A Sermon by The Rev’d Canon Jenny Wilson

Jeremiah 29:1, 4-7

Luke 17:11-19

In the name of God, creating, redeeming, sanctifying … Amen.

Chapter 29 of the Book of the prophet Jeremiah contains a letter. The prophet Jeremiah is writing to the people of Israel in exile. Last week we read from the Book of Lamentations and we heard the words of Psalm 137 sung and we witnessed there expressions of the awful grief that overwhelmed a people when they lost all that gave their lives meaning and identity – when their city was destroyed and they were taken into captivity in Babylon. God would have us know our grief and express it. God would have us pour out the truth of it. Jeremiah’s letter almost seems to have been sent to be read after the expression of grief has calmed for a while, after the crying is over, when the moment of quiet comes, as it usually does when we are bereft. Jeremiah’s letter shows that God knows and God sees, but that God also knows that, in many times of struggle, sometimes there is no quick way out. That sometimes we have to settle in and find a way to live well in a time of pain. This was true in the time of exile. And so God guided God’s people on how to live:

Build houses and live in them; plant gardens and eat what they produce. God says. Take wives and have sons and daughters and nurture your families. And, though you might struggle with this at first, seek the welfare of the city where you have been sent into exile, and pray to the Lord on its behalf, for in its welfare, you will find your welfare.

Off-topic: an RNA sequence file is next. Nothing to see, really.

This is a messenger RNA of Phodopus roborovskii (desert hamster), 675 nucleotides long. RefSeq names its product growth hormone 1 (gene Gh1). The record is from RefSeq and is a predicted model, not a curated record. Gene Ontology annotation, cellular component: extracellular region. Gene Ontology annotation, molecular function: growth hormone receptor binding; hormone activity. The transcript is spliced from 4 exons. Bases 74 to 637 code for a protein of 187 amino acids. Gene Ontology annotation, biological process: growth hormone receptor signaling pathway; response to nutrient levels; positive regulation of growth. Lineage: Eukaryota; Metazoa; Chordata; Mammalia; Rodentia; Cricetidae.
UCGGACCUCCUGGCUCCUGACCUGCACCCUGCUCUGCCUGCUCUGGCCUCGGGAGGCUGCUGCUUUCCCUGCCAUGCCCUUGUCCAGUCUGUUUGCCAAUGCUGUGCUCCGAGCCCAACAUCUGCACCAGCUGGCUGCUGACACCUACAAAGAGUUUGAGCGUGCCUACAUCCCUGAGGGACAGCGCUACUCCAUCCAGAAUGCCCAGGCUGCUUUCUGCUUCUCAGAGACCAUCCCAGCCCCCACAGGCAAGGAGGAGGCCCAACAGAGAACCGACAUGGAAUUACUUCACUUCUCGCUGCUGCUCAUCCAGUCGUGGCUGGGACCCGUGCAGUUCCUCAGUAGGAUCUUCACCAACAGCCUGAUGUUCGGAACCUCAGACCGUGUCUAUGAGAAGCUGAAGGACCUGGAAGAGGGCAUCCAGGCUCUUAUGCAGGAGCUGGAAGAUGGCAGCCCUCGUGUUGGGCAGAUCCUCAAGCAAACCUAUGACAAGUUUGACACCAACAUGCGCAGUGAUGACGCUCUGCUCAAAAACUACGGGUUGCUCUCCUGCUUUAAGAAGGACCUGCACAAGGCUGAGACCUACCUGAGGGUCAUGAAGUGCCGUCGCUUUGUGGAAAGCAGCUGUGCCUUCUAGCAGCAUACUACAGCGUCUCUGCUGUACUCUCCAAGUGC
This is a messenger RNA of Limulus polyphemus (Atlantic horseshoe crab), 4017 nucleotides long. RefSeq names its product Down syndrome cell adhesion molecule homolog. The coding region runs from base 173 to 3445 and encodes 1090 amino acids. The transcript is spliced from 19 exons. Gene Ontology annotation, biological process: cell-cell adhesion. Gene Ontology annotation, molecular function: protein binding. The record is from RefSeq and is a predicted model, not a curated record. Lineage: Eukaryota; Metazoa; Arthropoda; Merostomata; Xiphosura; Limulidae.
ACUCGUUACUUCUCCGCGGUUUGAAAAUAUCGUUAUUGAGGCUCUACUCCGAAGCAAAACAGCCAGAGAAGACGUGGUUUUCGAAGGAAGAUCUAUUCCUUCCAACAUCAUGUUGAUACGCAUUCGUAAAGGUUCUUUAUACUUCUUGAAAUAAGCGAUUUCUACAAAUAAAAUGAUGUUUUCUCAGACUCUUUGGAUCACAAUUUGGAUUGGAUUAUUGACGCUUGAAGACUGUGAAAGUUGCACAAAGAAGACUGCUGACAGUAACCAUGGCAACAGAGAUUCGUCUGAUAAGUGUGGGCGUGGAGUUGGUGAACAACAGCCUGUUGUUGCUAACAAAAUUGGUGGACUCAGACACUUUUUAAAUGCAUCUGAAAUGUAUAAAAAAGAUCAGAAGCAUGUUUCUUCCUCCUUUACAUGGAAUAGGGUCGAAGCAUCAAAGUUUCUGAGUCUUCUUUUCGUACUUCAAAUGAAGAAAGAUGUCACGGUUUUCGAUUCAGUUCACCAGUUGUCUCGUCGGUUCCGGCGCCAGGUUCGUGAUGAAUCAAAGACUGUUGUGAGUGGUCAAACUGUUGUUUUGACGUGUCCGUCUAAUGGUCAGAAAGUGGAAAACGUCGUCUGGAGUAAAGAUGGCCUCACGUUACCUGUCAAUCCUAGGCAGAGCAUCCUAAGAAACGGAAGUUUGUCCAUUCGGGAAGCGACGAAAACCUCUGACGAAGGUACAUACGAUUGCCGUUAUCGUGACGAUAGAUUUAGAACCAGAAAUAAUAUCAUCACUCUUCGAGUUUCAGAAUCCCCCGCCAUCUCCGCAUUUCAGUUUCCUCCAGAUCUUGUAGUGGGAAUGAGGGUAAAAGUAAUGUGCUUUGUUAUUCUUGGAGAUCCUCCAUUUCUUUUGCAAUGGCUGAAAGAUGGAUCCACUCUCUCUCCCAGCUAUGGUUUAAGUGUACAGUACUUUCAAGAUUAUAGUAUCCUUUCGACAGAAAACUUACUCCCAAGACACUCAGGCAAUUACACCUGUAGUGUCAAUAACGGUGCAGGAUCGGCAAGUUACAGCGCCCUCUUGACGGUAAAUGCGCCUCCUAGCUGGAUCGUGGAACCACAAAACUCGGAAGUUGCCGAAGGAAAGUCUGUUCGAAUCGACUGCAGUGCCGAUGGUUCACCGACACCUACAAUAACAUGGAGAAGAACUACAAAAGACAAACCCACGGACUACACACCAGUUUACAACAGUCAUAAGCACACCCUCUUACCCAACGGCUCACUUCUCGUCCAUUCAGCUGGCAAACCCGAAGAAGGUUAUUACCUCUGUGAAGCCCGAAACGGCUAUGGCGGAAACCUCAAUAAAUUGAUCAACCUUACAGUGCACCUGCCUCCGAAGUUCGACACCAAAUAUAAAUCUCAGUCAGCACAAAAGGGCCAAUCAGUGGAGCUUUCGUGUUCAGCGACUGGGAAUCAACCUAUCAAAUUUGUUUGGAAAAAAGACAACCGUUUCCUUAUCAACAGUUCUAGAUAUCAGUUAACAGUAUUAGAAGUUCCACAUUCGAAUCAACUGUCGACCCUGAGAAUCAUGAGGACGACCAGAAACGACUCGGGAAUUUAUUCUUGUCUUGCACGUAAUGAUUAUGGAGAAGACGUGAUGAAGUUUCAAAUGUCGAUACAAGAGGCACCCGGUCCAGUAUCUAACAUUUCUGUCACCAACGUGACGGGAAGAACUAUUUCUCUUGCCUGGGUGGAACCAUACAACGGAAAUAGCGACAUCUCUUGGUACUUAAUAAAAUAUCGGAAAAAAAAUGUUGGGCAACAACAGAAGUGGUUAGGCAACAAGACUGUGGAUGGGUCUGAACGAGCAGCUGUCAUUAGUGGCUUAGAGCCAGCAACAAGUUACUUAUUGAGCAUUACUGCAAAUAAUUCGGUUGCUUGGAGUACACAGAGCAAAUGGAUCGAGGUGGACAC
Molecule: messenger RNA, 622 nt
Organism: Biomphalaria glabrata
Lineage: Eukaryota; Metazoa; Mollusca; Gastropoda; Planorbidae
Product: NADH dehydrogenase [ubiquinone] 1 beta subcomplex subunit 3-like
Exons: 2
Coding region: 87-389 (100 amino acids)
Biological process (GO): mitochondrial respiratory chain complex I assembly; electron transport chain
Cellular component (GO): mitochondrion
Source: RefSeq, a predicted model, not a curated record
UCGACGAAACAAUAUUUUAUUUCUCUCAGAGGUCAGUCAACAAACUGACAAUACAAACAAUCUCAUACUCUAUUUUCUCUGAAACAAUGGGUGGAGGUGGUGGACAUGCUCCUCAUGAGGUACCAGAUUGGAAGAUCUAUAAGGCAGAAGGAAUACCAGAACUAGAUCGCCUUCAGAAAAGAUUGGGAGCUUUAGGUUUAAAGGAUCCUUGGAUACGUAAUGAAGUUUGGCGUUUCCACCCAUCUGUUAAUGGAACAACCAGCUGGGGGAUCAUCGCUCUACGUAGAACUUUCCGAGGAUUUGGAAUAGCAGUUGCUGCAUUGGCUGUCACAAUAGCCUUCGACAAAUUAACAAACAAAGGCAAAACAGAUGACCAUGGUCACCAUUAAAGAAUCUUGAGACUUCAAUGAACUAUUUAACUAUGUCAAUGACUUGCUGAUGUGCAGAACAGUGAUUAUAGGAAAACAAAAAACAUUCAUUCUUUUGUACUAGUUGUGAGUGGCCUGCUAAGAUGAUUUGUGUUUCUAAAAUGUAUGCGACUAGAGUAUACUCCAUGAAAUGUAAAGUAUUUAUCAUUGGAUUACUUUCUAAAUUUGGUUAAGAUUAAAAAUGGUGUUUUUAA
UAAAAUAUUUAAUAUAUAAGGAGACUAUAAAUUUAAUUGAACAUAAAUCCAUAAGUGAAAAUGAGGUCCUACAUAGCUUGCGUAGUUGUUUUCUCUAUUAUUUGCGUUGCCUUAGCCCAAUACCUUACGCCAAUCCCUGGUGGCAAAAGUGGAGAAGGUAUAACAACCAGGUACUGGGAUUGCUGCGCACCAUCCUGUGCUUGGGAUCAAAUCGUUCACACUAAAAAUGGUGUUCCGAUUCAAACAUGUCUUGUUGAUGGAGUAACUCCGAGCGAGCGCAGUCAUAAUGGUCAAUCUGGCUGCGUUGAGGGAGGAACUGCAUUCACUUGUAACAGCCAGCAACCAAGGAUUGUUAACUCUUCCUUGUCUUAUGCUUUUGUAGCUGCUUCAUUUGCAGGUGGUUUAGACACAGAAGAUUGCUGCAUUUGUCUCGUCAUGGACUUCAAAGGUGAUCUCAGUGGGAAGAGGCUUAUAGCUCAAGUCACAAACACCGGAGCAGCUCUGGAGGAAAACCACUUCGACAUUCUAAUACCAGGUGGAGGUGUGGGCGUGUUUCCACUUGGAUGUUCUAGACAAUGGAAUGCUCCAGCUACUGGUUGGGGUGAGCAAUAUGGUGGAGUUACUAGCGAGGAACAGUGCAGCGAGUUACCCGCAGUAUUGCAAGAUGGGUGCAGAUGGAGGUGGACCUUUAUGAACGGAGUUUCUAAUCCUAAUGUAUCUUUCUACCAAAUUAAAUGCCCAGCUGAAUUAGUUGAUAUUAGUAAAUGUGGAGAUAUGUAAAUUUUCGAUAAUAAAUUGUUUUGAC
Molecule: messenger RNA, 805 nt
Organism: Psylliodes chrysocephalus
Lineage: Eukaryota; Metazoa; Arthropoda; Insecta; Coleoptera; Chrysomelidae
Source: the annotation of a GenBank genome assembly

Even seek the welfare of those who live where you do not wish to live. Settle in. For there is no quick way out of this. We know that feeling don’t we? That sometimes there is no easy way out of a place, a foreign place, a place that feels far from home, a place of pain.

And yet, sometimes, we sense that there is a time to cry out, to protest, to beg God to set us free, in the case of the exiles, to bring us home.

Across the world in recent weeks, many who care deeply about our lack of care for our planet sense that time is too precious, that we cannot endure any longer, that without an awakening, an opening of our eyes, and a determination as individuals, as communities, as corporations, as governments to put the need to care for our planet before almost any other need, it may be too late to reverse the effects on our beautiful earth and its creatures of our neglect. Bishop Rowan Williams has said that “not only the well being but the being of our species on this planet”[1] are under threat. Many are crying out. Children are gathering, taking a day from school, to protest their concern.  Adults, many who tell us they are inspired by their own children’s fears, block the streets of Westminster in London, and the streets of other cities. Advocates like David Attenborough, use all the passion and poetry in their power to raise awareness of this urgent need. It is a time to cry out.